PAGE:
meyer, G, Gomez, one of the three pace bowlers and C. B. Williams


Did Best For The Day

RAIN again interferred with play yesterday, the second

day of the 1950 local cricket season.

night and early yesterday,

Showers fell over-
and in one game, the Lodge-

College match at Lodge no play was possible.
{n the other games, bowlers had the better of the fight

and some remarkable figures

Pickwick (for 6 wkts. dec.) 290
Combermere 53, and (for 6
wkts) ee ae. Ne le
A FINE bowling performance by
A. Marshall of Pickwick, who took
9 wickets for 28 runs in 20 overs
at Kensington yesterday, has
placed his team in line for an
early victory against Combermere
Marshall took 6 for 22 in Com-
bermere’s first innings and came
back the second innings to take %
for only 6 runs. Hoad, who also
bowled well, took 4 of Comber-

mere’s wickets during the first
innings for 13 runs.
Pickwick carried their over-

week score of 258 for 3 to 290 for
6 before they declared.

Combermere could on'y raise 53
in their first innings and at close
of play were 23 for 6 in their
second innings.

The wicket, which had been
affected by rain on Friday night
and early yesterday, gave much
assistance to spin bowling.

Birkett of Pickwiek continued
to bat well and took his over-
week score of 66 to 86 not out,
Branker took four of Pickwick's
wickets for 138 runs,

The Play

At 1.40 p.m. Birkett and Evelyn
resumed Pickwick’s first innings
with the score at 258 for 3. Bir-
kett was 66 not out and Evelyn
22 not out.

Branker took the first over from
the pavilion end and Evelyn was
a victim of his first ball, Evelyn
played back to an off break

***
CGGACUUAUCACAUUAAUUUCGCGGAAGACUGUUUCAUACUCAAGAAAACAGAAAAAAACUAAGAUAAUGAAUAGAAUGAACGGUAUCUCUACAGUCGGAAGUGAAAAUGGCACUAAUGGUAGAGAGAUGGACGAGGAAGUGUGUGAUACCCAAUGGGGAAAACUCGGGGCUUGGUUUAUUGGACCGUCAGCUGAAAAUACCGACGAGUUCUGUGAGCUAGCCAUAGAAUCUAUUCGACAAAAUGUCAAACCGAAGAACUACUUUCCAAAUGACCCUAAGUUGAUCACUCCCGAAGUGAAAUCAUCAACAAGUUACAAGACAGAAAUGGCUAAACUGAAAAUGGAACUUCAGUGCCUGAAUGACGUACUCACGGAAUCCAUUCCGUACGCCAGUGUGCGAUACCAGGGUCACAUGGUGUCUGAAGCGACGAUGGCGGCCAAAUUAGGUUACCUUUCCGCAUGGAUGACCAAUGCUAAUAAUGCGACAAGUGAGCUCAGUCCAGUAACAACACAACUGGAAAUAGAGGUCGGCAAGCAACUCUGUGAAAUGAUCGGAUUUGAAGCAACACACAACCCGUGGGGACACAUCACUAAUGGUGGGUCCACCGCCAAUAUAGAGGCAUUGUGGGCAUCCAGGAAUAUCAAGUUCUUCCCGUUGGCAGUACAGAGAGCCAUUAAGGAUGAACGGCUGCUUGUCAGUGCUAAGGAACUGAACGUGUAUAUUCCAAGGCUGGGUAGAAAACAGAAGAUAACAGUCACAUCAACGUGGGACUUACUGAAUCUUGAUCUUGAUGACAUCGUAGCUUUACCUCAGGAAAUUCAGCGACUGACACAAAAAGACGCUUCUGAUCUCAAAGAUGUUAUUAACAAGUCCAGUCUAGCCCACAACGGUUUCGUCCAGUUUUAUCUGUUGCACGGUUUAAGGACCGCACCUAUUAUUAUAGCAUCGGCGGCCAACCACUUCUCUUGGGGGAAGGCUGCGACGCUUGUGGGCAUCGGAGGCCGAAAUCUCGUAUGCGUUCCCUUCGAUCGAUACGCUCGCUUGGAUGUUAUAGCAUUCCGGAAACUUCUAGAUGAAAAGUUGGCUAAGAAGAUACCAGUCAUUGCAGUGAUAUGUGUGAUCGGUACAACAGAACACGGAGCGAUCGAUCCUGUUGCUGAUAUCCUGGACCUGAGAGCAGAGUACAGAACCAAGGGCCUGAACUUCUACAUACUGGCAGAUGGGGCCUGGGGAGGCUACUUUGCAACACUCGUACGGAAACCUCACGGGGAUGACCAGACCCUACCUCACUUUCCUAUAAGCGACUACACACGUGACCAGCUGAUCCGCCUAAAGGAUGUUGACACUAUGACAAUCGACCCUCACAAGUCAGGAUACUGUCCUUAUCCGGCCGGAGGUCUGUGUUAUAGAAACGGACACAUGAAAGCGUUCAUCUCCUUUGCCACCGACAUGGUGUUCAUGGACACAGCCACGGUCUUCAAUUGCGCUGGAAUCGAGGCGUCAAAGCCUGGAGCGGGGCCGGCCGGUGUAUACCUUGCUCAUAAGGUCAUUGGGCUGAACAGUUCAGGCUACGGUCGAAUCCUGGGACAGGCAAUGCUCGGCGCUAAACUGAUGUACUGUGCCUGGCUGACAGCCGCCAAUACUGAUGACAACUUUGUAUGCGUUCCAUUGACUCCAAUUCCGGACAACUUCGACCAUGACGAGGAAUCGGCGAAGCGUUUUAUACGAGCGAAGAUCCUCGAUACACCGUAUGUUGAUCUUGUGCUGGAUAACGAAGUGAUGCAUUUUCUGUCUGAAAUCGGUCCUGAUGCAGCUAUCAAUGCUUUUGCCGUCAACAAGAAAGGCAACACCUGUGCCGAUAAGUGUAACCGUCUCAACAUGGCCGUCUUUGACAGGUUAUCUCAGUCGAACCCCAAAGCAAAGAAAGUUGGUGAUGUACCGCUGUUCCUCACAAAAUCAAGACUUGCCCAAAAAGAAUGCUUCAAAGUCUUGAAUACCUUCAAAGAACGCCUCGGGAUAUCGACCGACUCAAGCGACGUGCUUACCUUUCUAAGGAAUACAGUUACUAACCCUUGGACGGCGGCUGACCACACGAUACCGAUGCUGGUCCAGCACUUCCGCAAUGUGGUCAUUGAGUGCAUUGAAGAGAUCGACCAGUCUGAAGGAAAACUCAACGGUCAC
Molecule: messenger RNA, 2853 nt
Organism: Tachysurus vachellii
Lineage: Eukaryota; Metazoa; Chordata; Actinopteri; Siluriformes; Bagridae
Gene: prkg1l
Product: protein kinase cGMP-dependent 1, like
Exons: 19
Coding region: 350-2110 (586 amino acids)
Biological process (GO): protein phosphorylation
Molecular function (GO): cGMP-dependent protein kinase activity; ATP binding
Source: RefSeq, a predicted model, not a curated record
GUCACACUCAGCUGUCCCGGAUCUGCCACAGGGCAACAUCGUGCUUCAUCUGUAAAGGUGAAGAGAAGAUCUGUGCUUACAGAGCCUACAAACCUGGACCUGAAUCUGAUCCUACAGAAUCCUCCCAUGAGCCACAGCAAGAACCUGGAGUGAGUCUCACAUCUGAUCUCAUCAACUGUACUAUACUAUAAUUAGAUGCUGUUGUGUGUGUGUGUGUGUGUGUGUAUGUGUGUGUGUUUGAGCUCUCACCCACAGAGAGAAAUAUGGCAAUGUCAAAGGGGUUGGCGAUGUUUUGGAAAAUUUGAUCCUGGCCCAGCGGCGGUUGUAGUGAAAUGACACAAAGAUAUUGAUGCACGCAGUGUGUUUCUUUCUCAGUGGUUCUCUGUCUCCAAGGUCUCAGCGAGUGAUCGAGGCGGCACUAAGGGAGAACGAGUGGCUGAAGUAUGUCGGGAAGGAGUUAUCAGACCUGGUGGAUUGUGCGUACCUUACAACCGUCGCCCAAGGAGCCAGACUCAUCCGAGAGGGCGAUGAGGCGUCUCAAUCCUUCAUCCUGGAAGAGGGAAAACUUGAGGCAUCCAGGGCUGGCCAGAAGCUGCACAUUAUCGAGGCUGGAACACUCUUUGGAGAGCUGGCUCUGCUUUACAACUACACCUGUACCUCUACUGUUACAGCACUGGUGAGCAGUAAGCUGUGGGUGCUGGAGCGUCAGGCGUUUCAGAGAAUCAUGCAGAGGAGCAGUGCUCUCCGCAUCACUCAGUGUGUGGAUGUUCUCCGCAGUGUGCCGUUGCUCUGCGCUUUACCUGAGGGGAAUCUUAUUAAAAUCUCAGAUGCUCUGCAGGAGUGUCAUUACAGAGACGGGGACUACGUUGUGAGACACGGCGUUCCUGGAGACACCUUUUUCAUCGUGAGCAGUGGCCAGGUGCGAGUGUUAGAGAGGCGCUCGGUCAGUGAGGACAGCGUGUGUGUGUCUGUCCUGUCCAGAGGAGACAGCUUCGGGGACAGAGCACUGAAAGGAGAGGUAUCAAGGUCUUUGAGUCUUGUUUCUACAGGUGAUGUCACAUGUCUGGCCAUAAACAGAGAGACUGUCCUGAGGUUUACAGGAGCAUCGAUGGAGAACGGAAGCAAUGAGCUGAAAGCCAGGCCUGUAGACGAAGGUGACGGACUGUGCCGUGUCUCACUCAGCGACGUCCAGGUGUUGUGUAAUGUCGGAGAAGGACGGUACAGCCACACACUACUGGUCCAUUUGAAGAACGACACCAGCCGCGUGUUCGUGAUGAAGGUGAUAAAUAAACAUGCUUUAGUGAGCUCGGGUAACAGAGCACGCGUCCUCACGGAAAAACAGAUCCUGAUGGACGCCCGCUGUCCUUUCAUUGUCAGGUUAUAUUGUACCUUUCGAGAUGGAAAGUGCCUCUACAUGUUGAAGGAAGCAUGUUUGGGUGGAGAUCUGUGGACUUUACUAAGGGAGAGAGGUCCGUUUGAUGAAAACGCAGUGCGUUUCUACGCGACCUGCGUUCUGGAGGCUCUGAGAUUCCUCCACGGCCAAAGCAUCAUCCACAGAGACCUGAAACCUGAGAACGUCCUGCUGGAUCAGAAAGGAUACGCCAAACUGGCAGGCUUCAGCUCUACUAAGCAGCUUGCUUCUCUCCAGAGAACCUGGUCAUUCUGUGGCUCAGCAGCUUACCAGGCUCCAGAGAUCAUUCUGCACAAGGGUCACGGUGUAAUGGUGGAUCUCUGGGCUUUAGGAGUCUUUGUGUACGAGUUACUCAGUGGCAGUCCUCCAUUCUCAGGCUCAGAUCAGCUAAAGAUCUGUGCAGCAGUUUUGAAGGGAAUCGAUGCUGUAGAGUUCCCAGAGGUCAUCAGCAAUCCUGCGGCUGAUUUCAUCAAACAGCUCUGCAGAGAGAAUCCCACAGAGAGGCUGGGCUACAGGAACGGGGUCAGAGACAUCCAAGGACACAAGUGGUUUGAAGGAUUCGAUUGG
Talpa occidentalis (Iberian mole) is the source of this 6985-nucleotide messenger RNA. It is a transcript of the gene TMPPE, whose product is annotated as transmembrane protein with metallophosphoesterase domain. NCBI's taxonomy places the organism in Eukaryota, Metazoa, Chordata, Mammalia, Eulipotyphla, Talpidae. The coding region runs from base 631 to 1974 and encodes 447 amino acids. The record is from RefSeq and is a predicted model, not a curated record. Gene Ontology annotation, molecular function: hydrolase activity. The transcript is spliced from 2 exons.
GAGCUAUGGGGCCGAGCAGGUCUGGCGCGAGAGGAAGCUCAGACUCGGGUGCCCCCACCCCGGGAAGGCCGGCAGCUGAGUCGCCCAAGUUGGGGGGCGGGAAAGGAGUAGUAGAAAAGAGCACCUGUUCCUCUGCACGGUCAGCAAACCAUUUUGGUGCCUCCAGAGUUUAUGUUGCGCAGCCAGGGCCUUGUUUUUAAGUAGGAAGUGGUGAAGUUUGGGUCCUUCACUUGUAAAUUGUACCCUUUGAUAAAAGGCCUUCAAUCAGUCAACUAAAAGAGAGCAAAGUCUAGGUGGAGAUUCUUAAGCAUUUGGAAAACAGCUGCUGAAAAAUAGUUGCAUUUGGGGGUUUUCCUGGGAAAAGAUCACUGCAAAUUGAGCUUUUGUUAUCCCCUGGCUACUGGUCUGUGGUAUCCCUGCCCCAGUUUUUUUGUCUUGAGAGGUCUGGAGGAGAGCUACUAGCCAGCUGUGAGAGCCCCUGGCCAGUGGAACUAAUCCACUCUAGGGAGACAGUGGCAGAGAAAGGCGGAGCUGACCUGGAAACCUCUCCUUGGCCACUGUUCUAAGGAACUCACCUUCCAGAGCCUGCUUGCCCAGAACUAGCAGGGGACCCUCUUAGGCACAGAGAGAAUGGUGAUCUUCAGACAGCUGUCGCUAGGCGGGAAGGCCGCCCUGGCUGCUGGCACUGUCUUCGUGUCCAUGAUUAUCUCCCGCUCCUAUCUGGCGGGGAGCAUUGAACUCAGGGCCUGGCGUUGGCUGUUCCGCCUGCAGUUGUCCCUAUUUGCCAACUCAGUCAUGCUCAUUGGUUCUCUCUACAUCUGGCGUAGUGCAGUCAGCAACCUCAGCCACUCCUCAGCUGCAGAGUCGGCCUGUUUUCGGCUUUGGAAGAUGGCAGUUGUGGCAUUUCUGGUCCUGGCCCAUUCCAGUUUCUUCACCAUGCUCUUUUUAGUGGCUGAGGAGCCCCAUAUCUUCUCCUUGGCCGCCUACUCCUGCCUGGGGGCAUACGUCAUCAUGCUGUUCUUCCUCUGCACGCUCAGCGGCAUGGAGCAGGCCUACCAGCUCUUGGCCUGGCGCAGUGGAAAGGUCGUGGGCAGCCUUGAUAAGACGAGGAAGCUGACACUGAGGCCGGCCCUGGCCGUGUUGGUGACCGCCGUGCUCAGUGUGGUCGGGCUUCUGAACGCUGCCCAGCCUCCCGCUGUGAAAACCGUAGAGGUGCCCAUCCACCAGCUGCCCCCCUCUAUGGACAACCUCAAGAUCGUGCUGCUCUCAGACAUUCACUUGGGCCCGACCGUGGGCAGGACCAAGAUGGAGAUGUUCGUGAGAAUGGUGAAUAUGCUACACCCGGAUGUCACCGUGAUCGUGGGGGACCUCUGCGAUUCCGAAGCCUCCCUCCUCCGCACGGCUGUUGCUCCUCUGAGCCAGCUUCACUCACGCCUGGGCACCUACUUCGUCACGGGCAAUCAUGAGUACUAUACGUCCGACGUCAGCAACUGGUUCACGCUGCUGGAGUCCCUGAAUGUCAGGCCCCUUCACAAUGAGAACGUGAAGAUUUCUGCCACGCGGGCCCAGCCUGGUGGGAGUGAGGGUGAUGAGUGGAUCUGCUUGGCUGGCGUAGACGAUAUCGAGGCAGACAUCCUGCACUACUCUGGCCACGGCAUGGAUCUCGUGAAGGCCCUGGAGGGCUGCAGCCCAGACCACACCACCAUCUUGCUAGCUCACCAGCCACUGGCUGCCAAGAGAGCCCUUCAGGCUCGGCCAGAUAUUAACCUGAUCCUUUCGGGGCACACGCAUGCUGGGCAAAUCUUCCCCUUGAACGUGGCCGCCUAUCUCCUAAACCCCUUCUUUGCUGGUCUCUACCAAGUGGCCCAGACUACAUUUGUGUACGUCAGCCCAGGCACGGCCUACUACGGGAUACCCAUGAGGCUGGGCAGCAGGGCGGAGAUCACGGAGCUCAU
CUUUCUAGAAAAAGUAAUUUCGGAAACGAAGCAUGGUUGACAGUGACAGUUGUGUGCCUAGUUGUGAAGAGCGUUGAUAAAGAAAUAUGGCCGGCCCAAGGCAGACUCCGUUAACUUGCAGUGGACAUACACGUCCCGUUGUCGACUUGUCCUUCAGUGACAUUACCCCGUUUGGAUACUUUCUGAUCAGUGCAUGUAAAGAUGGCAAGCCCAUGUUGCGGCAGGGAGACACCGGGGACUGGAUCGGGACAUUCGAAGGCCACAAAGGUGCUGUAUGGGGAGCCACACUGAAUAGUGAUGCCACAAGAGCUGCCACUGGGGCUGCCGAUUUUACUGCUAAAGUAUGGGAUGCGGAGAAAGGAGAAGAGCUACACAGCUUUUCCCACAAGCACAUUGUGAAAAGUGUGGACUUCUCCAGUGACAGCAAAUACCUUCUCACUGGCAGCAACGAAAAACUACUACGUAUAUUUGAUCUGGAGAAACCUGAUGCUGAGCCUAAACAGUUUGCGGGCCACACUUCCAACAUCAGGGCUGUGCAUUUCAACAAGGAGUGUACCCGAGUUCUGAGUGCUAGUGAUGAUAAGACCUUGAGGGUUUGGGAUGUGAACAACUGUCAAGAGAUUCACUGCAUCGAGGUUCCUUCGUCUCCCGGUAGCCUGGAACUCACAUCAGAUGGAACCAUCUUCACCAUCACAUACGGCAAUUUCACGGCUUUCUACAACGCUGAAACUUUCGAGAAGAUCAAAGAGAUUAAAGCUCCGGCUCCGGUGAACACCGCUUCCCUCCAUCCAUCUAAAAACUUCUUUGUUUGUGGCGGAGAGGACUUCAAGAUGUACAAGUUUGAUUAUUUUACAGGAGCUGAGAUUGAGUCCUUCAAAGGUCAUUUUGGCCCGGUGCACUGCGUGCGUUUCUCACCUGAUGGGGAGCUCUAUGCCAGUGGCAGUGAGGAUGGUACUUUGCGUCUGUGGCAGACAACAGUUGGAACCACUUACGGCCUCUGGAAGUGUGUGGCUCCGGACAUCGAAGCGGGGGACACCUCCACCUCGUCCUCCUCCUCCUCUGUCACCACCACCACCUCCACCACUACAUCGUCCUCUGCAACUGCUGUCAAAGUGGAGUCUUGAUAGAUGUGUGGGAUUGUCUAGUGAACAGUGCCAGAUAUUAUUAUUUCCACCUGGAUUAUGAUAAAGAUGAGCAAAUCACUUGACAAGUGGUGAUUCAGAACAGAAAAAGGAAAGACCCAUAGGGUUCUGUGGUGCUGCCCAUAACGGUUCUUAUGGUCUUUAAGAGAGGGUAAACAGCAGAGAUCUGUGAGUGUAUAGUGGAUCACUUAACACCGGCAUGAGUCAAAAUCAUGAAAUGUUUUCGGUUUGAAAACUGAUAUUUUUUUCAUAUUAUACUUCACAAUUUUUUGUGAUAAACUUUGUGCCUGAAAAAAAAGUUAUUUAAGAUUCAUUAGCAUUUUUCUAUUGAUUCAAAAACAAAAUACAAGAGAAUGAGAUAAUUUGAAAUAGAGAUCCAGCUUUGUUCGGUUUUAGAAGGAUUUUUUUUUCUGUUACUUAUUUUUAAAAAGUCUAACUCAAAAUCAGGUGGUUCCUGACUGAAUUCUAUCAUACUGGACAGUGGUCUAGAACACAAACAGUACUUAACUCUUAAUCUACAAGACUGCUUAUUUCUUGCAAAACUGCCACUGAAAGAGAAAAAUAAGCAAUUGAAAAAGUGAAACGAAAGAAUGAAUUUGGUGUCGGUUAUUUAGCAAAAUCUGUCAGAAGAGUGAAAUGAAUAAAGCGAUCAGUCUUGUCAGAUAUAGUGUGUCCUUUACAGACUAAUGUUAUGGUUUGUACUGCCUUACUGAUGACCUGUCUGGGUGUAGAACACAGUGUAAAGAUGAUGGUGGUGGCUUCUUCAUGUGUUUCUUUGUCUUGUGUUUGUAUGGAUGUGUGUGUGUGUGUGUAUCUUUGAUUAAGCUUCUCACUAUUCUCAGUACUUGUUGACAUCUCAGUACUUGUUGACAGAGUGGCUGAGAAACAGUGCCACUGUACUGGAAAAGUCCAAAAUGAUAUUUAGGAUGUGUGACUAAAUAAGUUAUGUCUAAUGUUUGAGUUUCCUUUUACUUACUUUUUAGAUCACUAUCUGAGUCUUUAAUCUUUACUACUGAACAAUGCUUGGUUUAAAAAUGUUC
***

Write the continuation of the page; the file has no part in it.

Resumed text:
pitched well up on the centre
stump and was bowled off his
left pad. The score board then
read 258 for 4.

Left-hander Harold Kidney
filled the breach and _ pulled
Branker’s fifth ball to the on
boundary for six, Smith came on
from the screen end.

Birkett gave the second chance
of his innings when at 73, [t was
off Branker to Toppin at sedipa,
slip. In that same over he hit
Branker for two fours and two
twos to take his score to 85.

Smith’s third over from the

screen end claimed Kidney’s
wicket, Kidney, who was then
10, played forward to one
pitched on he 08 and moving
to slip. The ball took the out-
side edge of the bat for Grant to
take a beautiful low catch at
second slip.

With the score at 285 for 5,
£. L. G Hoad Jnr., joined Birkett
who was then 85 not out. Birkett
took y single off Branker’s first
ball sending Hoad down. | :

Hoad was immediately in diffi-
culty to Branker who took his
wicket with the last ball of that
over for duck. awe

Pickwick declared their innings
at 290 for 6. Branker had taken
4 of the wickets for 138 runs,

Combermere Batting

Combermere started their first
innings at 2.30 with A, R. Knight
and O. H. Wilkinson. To King

and Foster, Pickwick’s opening
pacers, these batsmen were aot
particularly comfortable. Foster


one run in

sent down two
King conceded

Slow left-hand bowler Jordan
was brought on at the screen end

idual performances but as the | j, place of Foster while King

bowled a third over before giving
place to Inniss. Wicket-keeper
Wood was hurt as Inniss came on
and Skipper Taylor deputised.

Knight was given a life at 10
when he was dropped at mid
wicket on the on-side off Inniss’
bowling, Runs came slowly for